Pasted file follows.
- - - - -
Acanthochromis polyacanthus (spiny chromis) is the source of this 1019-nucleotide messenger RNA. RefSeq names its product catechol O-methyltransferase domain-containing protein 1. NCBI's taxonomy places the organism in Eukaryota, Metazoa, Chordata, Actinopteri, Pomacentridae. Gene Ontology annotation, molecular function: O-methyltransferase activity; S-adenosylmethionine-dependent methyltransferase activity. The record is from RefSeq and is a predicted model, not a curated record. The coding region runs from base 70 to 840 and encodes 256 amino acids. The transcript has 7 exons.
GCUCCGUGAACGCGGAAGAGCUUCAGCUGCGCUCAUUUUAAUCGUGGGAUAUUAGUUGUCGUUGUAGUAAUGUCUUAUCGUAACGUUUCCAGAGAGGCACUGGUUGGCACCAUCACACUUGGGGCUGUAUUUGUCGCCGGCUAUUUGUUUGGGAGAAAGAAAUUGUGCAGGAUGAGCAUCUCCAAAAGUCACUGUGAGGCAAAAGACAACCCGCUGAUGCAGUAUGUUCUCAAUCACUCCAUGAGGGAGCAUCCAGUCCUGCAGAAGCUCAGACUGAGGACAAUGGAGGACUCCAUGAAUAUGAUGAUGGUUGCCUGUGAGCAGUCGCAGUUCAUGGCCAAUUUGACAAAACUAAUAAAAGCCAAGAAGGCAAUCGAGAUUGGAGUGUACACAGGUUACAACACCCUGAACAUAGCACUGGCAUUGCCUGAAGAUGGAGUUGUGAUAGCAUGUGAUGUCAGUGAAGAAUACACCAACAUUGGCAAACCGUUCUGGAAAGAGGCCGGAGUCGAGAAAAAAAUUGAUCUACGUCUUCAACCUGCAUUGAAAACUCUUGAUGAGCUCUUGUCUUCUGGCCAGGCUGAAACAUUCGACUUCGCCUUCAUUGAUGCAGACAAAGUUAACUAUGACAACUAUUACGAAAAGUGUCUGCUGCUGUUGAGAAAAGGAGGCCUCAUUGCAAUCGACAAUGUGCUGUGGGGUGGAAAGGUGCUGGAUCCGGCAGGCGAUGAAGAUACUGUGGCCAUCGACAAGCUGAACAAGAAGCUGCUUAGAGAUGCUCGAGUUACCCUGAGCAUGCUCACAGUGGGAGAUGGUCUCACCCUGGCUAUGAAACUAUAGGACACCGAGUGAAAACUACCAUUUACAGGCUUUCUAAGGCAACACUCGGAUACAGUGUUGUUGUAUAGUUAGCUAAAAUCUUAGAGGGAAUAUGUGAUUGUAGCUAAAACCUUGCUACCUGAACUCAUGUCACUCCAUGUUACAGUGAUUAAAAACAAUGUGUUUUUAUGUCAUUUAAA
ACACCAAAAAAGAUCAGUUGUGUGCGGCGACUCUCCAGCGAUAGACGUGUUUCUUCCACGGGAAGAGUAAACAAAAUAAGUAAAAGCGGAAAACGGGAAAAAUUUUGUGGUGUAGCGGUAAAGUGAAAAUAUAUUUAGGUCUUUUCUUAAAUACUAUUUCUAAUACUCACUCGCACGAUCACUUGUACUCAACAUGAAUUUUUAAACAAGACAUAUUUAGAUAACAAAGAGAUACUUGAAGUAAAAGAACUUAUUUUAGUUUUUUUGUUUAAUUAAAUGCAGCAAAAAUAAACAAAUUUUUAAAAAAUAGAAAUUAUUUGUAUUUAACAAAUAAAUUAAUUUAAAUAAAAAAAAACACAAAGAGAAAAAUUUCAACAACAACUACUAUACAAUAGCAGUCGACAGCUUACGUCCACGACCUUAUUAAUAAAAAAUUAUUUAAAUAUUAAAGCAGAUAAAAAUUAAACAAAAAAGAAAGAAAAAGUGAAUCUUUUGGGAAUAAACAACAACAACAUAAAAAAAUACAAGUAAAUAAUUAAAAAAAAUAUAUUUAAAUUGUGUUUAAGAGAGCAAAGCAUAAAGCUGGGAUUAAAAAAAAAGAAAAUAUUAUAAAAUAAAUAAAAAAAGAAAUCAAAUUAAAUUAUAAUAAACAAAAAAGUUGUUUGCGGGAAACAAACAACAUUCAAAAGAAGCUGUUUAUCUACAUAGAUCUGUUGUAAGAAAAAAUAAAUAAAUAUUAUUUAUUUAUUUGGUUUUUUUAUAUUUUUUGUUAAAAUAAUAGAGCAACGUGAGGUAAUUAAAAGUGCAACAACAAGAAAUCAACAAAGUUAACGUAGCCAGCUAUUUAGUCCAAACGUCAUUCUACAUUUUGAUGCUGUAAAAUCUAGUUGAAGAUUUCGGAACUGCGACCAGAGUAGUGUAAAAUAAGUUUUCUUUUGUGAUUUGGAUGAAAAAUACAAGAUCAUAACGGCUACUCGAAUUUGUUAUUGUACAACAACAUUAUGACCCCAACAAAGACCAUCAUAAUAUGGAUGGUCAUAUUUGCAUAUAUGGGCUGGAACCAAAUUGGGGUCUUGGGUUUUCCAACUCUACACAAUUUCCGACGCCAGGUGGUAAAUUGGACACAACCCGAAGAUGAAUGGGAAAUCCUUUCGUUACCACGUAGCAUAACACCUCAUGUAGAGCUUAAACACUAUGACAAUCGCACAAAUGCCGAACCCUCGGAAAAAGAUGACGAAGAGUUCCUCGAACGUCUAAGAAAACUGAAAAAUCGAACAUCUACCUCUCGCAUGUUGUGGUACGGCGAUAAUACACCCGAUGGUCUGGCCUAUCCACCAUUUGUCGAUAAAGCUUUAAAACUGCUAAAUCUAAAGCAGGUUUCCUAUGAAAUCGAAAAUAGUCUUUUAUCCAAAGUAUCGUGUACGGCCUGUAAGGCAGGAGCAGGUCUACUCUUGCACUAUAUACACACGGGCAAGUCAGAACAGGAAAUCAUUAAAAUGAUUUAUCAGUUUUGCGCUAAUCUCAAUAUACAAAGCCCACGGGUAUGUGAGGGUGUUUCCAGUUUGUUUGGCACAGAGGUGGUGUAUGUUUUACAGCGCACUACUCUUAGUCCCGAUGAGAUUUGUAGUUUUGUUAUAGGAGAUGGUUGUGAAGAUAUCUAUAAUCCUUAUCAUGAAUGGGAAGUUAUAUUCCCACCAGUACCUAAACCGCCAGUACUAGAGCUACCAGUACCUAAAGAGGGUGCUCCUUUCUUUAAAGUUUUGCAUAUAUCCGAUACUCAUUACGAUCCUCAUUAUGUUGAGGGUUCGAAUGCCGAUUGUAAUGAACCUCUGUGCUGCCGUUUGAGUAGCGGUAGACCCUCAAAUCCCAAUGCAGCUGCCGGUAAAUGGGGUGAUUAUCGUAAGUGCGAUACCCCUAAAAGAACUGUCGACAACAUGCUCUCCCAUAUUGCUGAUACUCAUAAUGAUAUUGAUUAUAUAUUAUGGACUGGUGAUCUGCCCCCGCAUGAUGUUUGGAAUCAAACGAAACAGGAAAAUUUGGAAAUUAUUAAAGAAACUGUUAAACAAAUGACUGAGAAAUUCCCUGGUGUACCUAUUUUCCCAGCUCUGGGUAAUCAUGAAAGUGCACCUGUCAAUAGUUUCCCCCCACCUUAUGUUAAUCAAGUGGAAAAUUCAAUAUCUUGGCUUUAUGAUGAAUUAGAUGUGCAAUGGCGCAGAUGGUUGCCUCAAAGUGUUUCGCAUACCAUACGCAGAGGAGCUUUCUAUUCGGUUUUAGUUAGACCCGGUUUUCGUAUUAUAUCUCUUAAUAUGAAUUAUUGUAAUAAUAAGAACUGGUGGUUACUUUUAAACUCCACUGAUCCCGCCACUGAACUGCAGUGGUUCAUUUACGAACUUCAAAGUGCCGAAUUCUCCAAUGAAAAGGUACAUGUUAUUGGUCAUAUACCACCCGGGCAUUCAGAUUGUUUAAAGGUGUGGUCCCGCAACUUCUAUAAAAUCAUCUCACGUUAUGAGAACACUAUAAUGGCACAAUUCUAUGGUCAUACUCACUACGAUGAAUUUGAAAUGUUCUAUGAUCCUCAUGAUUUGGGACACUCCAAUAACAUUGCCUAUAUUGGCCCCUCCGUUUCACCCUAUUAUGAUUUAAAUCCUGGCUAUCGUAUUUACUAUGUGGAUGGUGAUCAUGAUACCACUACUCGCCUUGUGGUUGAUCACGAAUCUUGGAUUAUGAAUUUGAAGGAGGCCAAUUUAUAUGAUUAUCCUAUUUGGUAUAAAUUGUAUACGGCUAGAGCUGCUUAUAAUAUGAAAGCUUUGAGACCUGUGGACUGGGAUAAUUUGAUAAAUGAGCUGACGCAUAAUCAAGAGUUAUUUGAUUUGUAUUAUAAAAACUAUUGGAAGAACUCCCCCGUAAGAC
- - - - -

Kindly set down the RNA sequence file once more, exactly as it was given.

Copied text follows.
Acanthochromis polyacanthus (spiny chromis) is the source of this 1019-nucleotide messenger RNA. RefSeq names its product catechol O-methyltransferase domain-containing protein 1. NCBI's taxonomy places the organism in Eukaryota, Metazoa, Chordata, Actinopteri, Pomacentridae. Gene Ontology annotation, molecular function: O-methyltransferase activity; S-adenosylmethionine-dependent methyltransferase activity. The record is from RefSeq and is a predicted model, not a curated record. The coding region runs from base 70 to 840 and encodes 256 amino acids. The transcript has 7 exons.
GCUCCGUGAACGCGGAAGAGCUUCAGCUGCGCUCAUUUUAAUCGUGGGAUAUUAGUUGUCGUUGUAGUAAUGUCUUAUCGUAACGUUUCCAGAGAGGCACUGGUUGGCACCAUCACACUUGGGGCUGUAUUUGUCGCCGGCUAUUUGUUUGGGAGAAAGAAAUUGUGCAGGAUGAGCAUCUCCAAAAGUCACUGUGAGGCAAAAGACAACCCGCUGAUGCAGUAUGUUCUCAAUCACUCCAUGAGGGAGCAUCCAGUCCUGCAGAAGCUCAGACUGAGGACAAUGGAGGACUCCAUGAAUAUGAUGAUGGUUGCCUGUGAGCAGUCGCAGUUCAUGGCCAAUUUGACAAAACUAAUAAAAGCCAAGAAGGCAAUCGAGAUUGGAGUGUACACAGGUUACAACACCCUGAACAUAGCACUGGCAUUGCCUGAAGAUGGAGUUGUGAUAGCAUGUGAUGUCAGUGAAGAAUACACCAACAUUGGCAAACCGUUCUGGAAAGAGGCCGGAGUCGAGAAAAAAAUUGAUCUACGUCUUCAACCUGCAUUGAAAACUCUUGAUGAGCUCUUGUCUUCUGGCCAGGCUGAAACAUUCGACUUCGCCUUCAUUGAUGCAGACAAAGUUAACUAUGACAACUAUUACGAAAAGUGUCUGCUGCUGUUGAGAAAAGGAGGCCUCAUUGCAAUCGACAAUGUGCUGUGGGGUGGAAAGGUGCUGGAUCCGGCAGGCGAUGAAGAUACUGUGGCCAUCGACAAGCUGAACAAGAAGCUGCUUAGAGAUGCUCGAGUUACCCUGAGCAUGCUCACAGUGGGAGAUGGUCUCACCCUGGCUAUGAAACUAUAGGACACCGAGUGAAAACUACCAUUUACAGGCUUUCUAAGGCAACACUCGGAUACAGUGUUGUUGUAUAGUUAGCUAAAAUCUUAGAGGGAAUAUGUGAUUGUAGCUAAAACCUUGCUACCUGAACUCAUGUCACUCCAUGUUACAGUGAUUAAAAACAAUGUGUUUUUAUGUCAUUUAAA
ACACCAAAAAAGAUCAGUUGUGUGCGGCGACUCUCCAGCGAUAGACGUGUUUCUUCCACGGGAAGAGUAAACAAAAUAAGUAAAAGCGGAAAACGGGAAAAAUUUUGUGGUGUAGCGGUAAAGUGAAAAUAUAUUUAGGUCUUUUCUUAAAUACUAUUUCUAAUACUCACUCGCACGAUCACUUGUACUCAACAUGAAUUUUUAAACAAGACAUAUUUAGAUAACAAAGAGAUACUUGAAGUAAAAGAACUUAUUUUAGUUUUUUUGUUUAAUUAAAUGCAGCAAAAAUAAACAAAUUUUUAAAAAAUAGAAAUUAUUUGUAUUUAACAAAUAAAUUAAUUUAAAUAAAAAAAAACACAAAGAGAAAAAUUUCAACAACAACUACUAUACAAUAGCAGUCGACAGCUUACGUCCACGACCUUAUUAAUAAAAAAUUAUUUAAAUAUUAAAGCAGAUAAAAAUUAAACAAAAAAGAAAGAAAAAGUGAAUCUUUUGGGAAUAAACAACAACAACAUAAAAAAAUACAAGUAAAUAAUUAAAAAAAAUAUAUUUAAAUUGUGUUUAAGAGAGCAAAGCAUAAAGCUGGGAUUAAAAAAAAAGAAAAUAUUAUAAAAUAAAUAAAAAAAGAAAUCAAAUUAAAUUAUAAUAAACAAAAAAGUUGUUUGCGGGAAACAAACAACAUUCAAAAGAAGCUGUUUAUCUACAUAGAUCUGUUGUAAGAAAAAAUAAAUAAAUAUUAUUUAUUUAUUUGGUUUUUUUAUAUUUUUUGUUAAAAUAAUAGAGCAACGUGAGGUAAUUAAAAGUGCAACAACAAGAAAUCAACAAAGUUAACGUAGCCAGCUAUUUAGUCCAAACGUCAUUCUACAUUUUGAUGCUGUAAAAUCUAGUUGAAGAUUUCGGAACUGCGACCAGAGUAGUGUAAAAUAAGUUUUCUUUUGUGAUUUGGAUGAAAAAUACAAGAUCAUAACGGCUACUCGAAUUUGUUAUUGUACAACAACAUUAUGACCCCAACAAAGACCAUCAUAAUAUGGAUGGUCAUAUUUGCAUAUAUGGGCUGGAACCAAAUUGGGGUCUUGGGUUUUCCAACUCUACACAAUUUCCGACGCCAGGUGGUAAAUUGGACACAACCCGAAGAUGAAUGGGAAAUCCUUUCGUUACCACGUAGCAUAACACCUCAUGUAGAGCUUAAACACUAUGACAAUCGCACAAAUGCCGAACCCUCGGAAAAAGAUGACGAAGAGUUCCUCGAACGUCUAAGAAAACUGAAAAAUCGAACAUCUACCUCUCGCAUGUUGUGGUACGGCGAUAAUACACCCGAUGGUCUGGCCUAUCCACCAUUUGUCGAUAAAGCUUUAAAACUGCUAAAUCUAAAGCAGGUUUCCUAUGAAAUCGAAAAUAGUCUUUUAUCCAAAGUAUCGUGUACGGCCUGUAAGGCAGGAGCAGGUCUACUCUUGCACUAUAUACACACGGGCAAGUCAGAACAGGAAAUCAUUAAAAUGAUUUAUCAGUUUUGCGCUAAUCUCAAUAUACAAAGCCCACGGGUAUGUGAGGGUGUUUCCAGUUUGUUUGGCACAGAGGUGGUGUAUGUUUUACAGCGCACUACUCUUAGUCCCGAUGAGAUUUGUAGUUUUGUUAUAGGAGAUGGUUGUGAAGAUAUCUAUAAUCCUUAUCAUGAAUGGGAAGUUAUAUUCCCACCAGUACCUAAACCGCCAGUACUAGAGCUACCAGUACCUAAAGAGGGUGCUCCUUUCUUUAAAGUUUUGCAUAUAUCCGAUACUCAUUACGAUCCUCAUUAUGUUGAGGGUUCGAAUGCCGAUUGUAAUGAACCUCUGUGCUGCCGUUUGAGUAGCGGUAGACCCUCAAAUCCCAAUGCAGCUGCCGGUAAAUGGGGUGAUUAUCGUAAGUGCGAUACCCCUAAAAGAACUGUCGACAACAUGCUCUCCCAUAUUGCUGAUACUCAUAAUGAUAUUGAUUAUAUAUUAUGGACUGGUGAUCUGCCCCCGCAUGAUGUUUGGAAUCAAACGAAACAGGAAAAUUUGGAAAUUAUUAAAGAAACUGUUAAACAAAUGACUGAGAAAUUCCCUGGUGUACCUAUUUUCCCAGCUCUGGGUAAUCAUGAAAGUGCACCUGUCAAUAGUUUCCCCCCACCUUAUGUUAAUCAAGUGGAAAAUUCAAUAUCUUGGCUUUAUGAUGAAUUAGAUGUGCAAUGGCGCAGAUGGUUGCCUCAAAGUGUUUCGCAUACCAUACGCAGAGGAGCUUUCUAUUCGGUUUUAGUUAGACCCGGUUUUCGUAUUAUAUCUCUUAAUAUGAAUUAUUGUAAUAAUAAGAACUGGUGGUUACUUUUAAACUCCACUGAUCCCGCCACUGAACUGCAGUGGUUCAUUUACGAACUUCAAAGUGCCGAAUUCUCCAAUGAAAAGGUACAUGUUAUUGGUCAUAUACCACCCGGGCAUUCAGAUUGUUUAAAGGUGUGGUCCCGCAACUUCUAUAAAAUCAUCUCACGUUAUGAGAACACUAUAAUGGCACAAUUCUAUGGUCAUACUCACUACGAUGAAUUUGAAAUGUUCUAUGAUCCUCAUGAUUUGGGACACUCCAAUAACAUUGCCUAUAUUGGCCCCUCCGUUUCACCCUAUUAUGAUUUAAAUCCUGGCUAUCGUAUUUACUAUGUGGAUGGUGAUCAUGAUACCACUACUCGCCUUGUGGUUGAUCACGAAUCUUGGAUUAUGAAUUUGAAGGAGGCCAAUUUAUAUGAUUAUCCUAUUUGGUAUAAAUUGUAUACGGCUAGAGCUGCUUAUAAUAUGAAAGCUUUGAGACCUGUGGACUGGGAUAAUUUGAUAAAUGAGCUGACGCAUAAUCAAGAGUUAUUUGAUUUGUAUUAUAAAAACUAUUGGAAGAACUCCCCCGUAAGAC